Whoopi Goldberg is correcting the record after a review of her new movie, “Till,” surmised that Goldberg was wearing a fat suit during filming.
in a mixed revision, a Daily Beast reporter mentions Goldberg only once, writing that Goldberg was “in a distracting fat suit” for her role as Emmett Till’s grandmother. the revision It has since been edited to omit that line and features an editor’s note.
“I don’t really care how you felt about the movie, but you should know it wasn’t a fat suit,” Goldberg. said on Monday’s episode of “The View.” “That was me. It was steroids.”
Goldberg was referring to health challenges she experienced last year with sciatica, a type of nerve pain, for which she was hospitalized and started using a walker. She said on “The View” that she was taking steroids at the time, which can be used to treat sciatica symptoms.
“It’s okay not to be a fan of the movie, but you want to get out of people’s eyes,” Goldberg said.
However, it is not uncommon for a popular and award-winning actress in a prestigious movie to wear a fat suit. Many stars have donned fat suits, sometimes in a demeaning way. From Gwyneth Paltrow as an overweight woman in 2001’s “Shallow Hal” to Sarah Paulson as Linda Tripp in last year’s “American Crime Story: Impeachment,” actors in fat suits often aren’t fat. Men have also worn fat suits, mostly in comedic roles, including John Travolta in “Hairspray,” Ryan Reynolds in “Just Friends,” and Eddie Murphy in “Norbit.”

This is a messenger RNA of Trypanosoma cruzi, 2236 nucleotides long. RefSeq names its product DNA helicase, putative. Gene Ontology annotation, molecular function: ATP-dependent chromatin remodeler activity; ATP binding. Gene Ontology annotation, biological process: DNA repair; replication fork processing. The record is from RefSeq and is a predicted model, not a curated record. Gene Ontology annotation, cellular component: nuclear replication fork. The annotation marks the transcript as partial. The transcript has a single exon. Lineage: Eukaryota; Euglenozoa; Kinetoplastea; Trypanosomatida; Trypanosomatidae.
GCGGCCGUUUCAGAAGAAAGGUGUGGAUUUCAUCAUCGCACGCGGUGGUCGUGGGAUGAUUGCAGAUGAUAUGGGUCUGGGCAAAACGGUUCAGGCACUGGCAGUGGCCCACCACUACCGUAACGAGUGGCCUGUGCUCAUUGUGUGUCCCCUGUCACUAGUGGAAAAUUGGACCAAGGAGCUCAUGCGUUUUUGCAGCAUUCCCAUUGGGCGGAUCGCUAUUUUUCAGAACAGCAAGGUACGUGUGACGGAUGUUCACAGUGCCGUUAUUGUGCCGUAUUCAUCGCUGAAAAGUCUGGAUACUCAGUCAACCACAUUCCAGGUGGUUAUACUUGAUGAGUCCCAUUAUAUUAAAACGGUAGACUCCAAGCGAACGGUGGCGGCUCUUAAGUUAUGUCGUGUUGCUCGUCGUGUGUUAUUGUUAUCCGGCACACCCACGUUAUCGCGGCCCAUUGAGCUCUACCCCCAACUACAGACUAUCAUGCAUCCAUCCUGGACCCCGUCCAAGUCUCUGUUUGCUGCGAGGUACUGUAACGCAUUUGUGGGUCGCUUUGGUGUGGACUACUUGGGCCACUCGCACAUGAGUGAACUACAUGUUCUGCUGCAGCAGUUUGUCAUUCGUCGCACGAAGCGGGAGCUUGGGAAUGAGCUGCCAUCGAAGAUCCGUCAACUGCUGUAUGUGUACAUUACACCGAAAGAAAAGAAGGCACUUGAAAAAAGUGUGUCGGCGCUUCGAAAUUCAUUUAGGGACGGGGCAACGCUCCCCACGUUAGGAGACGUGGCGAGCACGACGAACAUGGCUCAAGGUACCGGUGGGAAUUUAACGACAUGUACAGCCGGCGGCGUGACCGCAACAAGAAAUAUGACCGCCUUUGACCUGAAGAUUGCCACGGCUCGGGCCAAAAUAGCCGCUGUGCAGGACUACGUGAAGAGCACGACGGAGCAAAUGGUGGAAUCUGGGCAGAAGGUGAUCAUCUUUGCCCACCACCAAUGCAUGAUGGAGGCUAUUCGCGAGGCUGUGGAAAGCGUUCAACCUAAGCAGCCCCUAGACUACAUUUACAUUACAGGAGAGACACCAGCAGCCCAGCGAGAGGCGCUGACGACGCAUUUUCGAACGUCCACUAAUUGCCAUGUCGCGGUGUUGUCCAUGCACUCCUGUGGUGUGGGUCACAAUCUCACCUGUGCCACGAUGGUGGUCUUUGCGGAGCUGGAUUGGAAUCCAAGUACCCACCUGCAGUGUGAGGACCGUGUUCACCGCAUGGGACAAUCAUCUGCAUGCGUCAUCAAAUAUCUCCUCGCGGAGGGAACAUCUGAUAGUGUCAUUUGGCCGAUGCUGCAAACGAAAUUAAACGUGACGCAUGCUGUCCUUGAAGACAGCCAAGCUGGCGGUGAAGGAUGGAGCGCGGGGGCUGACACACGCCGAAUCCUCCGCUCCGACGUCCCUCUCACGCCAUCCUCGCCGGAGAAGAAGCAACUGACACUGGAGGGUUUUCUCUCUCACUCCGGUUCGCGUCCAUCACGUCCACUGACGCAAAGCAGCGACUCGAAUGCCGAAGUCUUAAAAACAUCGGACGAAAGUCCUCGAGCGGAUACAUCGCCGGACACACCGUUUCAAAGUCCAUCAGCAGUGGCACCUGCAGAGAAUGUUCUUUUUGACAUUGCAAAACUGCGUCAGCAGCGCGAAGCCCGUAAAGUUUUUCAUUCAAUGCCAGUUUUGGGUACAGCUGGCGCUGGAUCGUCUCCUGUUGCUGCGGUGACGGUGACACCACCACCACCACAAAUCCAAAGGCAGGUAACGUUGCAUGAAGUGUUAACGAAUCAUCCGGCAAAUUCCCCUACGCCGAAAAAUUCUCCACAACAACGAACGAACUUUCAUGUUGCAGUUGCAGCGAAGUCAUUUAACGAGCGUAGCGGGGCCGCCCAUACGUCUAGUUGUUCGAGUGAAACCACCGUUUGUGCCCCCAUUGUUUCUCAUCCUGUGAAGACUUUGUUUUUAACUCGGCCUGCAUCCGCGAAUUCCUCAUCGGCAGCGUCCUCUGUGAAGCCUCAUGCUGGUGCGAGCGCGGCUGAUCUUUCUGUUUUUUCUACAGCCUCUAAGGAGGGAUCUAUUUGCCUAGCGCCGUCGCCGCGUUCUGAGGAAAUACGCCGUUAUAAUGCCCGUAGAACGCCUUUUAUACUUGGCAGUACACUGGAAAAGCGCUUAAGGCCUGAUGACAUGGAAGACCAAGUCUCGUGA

This year alone has seen a surge of famous actors wearing fat suits: Renée Zellweger in “The Thing About Pam” and Tom Hanks in “Elvis” are two examples of Oscar winners who have worn fat suits for roles. Emma Thompson wears one in the musical adaptation of “Matilda” due out later this year, and in the awards season vehicle “The Whale,” Brendan Fraser plays an obese man at the end of his life under several pounds of prosthesis.
Viewers often criticize the practice, particularly when a filmmaker chooses not to cast an actor whose body type already matches the character’s. In a recent interview with the New York Timesretired professor and media researcher J. Kevin Thompson, said the use of fat suits in the media, particularly when characters portrayed by actors in fat suits are mocked or portrayed in an unflattering way, can be psychologically damaging to viewers and that women disproportionately incur the majority of that damage.
“These roles were most often associated with ‘humor,’ which, of course, might not be as funny if you were the butt of the joke,” Thompson told the Times.
For its part, “Till” apparently doesn’t feature actors in fat suits. The film, which focuses on Mamie Till’s activism and her contributions to the civil rights movement following the murder of her son Emmett, will be released on October 14.